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SNAP seeks ‘nat’l significance’ certification for new project

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By Victor V. Saulon, Sub-editor

SN ABOITIZ POWER (SNAP) has submitted its latest hydroelectric project for inclusion in the Energy department’s list of certified energy projects of national significance (CEPNS), the government’s policy that aims to hasten the development of new power plants.

“We hope to enjoin and get their support and advocacy for this project,” said Joseph S. Yu, SNAP president and chief executive officer, in an interview last week.

He said the company’s application was submitted in late September, making it among the latest addition to the hundred of applications so far received by the Department of Energy (DoE) since the President signed Executive Order 30 in June 2017.

DoE, which issued the implementing rules and regulations in April 2018, has so far certified four projects. EO 30 intends to establish a simplified approval process and harmonize the relevant rules and regulations of all government agencies involved in the permitting process.

Mr. Yu said the company had complied with most of the requirements to be certified.

“Four of the five, I think, if I’m not mistaken,” he said, including the cost of the project and its technical complexity.

“At the very least, if it’s a project of national significance it should warrant more attention,” he said.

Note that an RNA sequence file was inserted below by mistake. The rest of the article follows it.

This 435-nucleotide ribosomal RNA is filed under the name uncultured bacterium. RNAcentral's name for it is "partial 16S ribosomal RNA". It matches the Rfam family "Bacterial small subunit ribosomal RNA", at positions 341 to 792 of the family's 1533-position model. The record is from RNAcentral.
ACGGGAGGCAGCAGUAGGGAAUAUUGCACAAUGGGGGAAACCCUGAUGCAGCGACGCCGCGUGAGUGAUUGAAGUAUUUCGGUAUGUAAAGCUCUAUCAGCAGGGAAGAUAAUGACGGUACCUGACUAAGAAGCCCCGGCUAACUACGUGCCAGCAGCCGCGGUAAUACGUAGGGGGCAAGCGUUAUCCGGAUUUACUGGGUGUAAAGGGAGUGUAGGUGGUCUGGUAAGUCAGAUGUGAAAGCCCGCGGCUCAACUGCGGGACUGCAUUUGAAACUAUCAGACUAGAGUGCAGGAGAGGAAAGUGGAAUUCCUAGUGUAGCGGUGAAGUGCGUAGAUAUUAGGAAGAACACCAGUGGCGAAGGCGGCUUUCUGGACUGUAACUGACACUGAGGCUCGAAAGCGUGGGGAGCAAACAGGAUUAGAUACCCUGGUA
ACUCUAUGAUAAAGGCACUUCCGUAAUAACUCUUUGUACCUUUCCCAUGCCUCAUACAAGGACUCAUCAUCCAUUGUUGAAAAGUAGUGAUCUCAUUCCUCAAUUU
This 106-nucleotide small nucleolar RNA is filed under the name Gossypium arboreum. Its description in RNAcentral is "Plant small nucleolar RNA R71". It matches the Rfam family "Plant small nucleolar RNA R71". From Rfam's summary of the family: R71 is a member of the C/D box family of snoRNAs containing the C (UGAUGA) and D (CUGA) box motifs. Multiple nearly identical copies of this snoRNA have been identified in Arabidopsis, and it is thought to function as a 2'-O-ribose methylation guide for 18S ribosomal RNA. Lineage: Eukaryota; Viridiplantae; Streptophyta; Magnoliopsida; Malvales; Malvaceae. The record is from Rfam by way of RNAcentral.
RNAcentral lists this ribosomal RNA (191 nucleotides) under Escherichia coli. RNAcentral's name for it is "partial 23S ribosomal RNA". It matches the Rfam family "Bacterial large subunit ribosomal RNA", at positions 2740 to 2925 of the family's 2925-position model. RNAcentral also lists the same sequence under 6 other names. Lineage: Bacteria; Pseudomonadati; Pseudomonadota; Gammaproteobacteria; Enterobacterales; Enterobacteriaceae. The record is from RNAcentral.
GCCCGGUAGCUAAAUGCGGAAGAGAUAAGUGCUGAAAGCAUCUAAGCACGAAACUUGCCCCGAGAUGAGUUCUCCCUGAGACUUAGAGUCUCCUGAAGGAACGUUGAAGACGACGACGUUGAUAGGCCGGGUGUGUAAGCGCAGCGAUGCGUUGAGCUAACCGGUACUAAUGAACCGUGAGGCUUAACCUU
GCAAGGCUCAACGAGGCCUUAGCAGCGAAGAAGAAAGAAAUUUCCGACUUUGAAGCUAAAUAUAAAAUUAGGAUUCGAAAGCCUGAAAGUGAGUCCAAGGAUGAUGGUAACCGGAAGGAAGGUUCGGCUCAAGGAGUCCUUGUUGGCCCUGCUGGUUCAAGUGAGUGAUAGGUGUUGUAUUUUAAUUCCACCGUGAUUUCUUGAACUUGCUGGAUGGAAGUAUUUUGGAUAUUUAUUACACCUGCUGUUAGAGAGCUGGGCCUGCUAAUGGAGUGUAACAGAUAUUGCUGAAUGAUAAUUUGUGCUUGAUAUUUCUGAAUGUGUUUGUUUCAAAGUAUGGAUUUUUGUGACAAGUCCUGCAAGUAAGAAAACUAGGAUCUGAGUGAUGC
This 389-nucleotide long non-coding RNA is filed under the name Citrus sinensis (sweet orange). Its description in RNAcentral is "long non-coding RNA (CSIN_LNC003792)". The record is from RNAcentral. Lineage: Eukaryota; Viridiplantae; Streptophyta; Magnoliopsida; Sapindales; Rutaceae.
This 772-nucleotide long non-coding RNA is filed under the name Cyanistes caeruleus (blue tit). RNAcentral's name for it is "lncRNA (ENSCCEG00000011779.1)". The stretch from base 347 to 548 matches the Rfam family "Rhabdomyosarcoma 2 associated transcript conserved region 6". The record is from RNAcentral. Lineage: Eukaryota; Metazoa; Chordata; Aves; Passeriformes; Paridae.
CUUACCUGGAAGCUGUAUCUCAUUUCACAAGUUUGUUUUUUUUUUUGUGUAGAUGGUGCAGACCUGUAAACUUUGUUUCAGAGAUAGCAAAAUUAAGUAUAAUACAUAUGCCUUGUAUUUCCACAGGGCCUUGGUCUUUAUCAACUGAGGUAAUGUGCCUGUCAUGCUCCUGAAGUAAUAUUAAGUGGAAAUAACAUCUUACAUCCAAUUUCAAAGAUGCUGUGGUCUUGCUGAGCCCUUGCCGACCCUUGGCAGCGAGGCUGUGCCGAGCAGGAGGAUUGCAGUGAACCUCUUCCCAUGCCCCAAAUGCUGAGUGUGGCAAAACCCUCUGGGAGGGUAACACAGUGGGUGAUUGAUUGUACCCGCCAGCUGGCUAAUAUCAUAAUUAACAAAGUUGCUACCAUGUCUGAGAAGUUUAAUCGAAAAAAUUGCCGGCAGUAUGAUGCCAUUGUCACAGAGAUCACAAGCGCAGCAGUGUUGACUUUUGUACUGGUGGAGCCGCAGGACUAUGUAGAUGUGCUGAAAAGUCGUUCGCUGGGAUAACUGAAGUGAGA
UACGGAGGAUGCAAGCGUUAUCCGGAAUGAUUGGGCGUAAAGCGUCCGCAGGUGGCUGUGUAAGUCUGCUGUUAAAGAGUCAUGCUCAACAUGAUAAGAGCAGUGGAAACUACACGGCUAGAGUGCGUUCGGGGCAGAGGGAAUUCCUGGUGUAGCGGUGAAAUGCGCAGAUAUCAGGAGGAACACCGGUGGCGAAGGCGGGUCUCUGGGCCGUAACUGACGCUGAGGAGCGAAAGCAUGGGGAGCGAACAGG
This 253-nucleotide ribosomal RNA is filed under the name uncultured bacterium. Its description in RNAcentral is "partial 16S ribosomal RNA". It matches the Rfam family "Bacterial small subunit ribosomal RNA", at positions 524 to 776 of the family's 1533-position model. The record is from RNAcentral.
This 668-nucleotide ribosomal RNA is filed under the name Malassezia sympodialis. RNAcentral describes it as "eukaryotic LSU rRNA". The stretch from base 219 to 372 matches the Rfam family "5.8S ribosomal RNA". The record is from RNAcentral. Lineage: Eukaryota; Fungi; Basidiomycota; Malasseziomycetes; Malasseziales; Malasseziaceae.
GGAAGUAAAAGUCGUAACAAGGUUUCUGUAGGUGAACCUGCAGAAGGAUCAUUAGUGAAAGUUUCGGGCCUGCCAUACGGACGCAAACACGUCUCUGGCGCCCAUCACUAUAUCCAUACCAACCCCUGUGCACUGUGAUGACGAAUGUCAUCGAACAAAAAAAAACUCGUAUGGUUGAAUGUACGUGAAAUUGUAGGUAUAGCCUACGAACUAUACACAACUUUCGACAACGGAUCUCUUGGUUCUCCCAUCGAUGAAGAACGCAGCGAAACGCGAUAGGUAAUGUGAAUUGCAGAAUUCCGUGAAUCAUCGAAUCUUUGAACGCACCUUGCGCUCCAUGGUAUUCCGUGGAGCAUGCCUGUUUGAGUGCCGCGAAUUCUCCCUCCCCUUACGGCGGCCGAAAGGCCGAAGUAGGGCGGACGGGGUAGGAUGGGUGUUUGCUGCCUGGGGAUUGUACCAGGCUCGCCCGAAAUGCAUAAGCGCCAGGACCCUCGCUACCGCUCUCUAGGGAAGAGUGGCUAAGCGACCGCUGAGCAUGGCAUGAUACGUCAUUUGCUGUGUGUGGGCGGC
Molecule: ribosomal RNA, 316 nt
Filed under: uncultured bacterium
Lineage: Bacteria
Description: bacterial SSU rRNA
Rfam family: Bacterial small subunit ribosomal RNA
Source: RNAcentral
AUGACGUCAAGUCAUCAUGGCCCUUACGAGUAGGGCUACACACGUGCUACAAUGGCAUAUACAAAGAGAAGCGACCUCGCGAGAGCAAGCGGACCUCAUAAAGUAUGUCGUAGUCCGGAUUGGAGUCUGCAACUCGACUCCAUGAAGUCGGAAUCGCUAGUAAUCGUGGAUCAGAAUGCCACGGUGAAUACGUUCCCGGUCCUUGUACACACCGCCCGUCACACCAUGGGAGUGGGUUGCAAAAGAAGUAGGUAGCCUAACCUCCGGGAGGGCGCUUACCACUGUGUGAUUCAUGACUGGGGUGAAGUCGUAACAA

The project is composed of 20-megawatt (MW) Ollilicon and the 120-MW Alimit hydroelectric power plants. The technical studies for the third component, the 250-MW Alimit pumped storage, have been temporarily suspended due to market constraints.

SNAP was issued the renewable energy service contract for the project in 2014. The signed agreement brings the renewable energy company and Ifugao a step closer toward building the first hydropower facility in the province.

On Oct. 4, SNAP and the municipal governments of Aguinaldo, Lagawe and Mayoyao signed a framework agreement on the proposed Alimit hydropower complex in Ifugao province.

The agreement outlines the cooperation, collaboration and obligations between and among SNAP as project proponent and the municipalities as hosts during the development and operation phase of the project.

“It took us four years to achieve this milestone. What we are trying to build here are a partnership and a relationship with our stakeholders. We can achieve these. If we are all willing to commit, we have a better chance of succeeding,” Mr. Yu said in a statement during the weekend.

SNAP is a developer and operator of 100% renewable energy facilities. It is a joint venture of SN Power of Norway and Aboitiz Power Corp. It owns and operates the 380-MW Magat hydro on the border of Isabela and Ifugao; the 8.5-MW Maris hydro in Isabela; the 105-MW Ambuklao hydro in Benguet; and the 140-MW Binga hydro also in Benguet.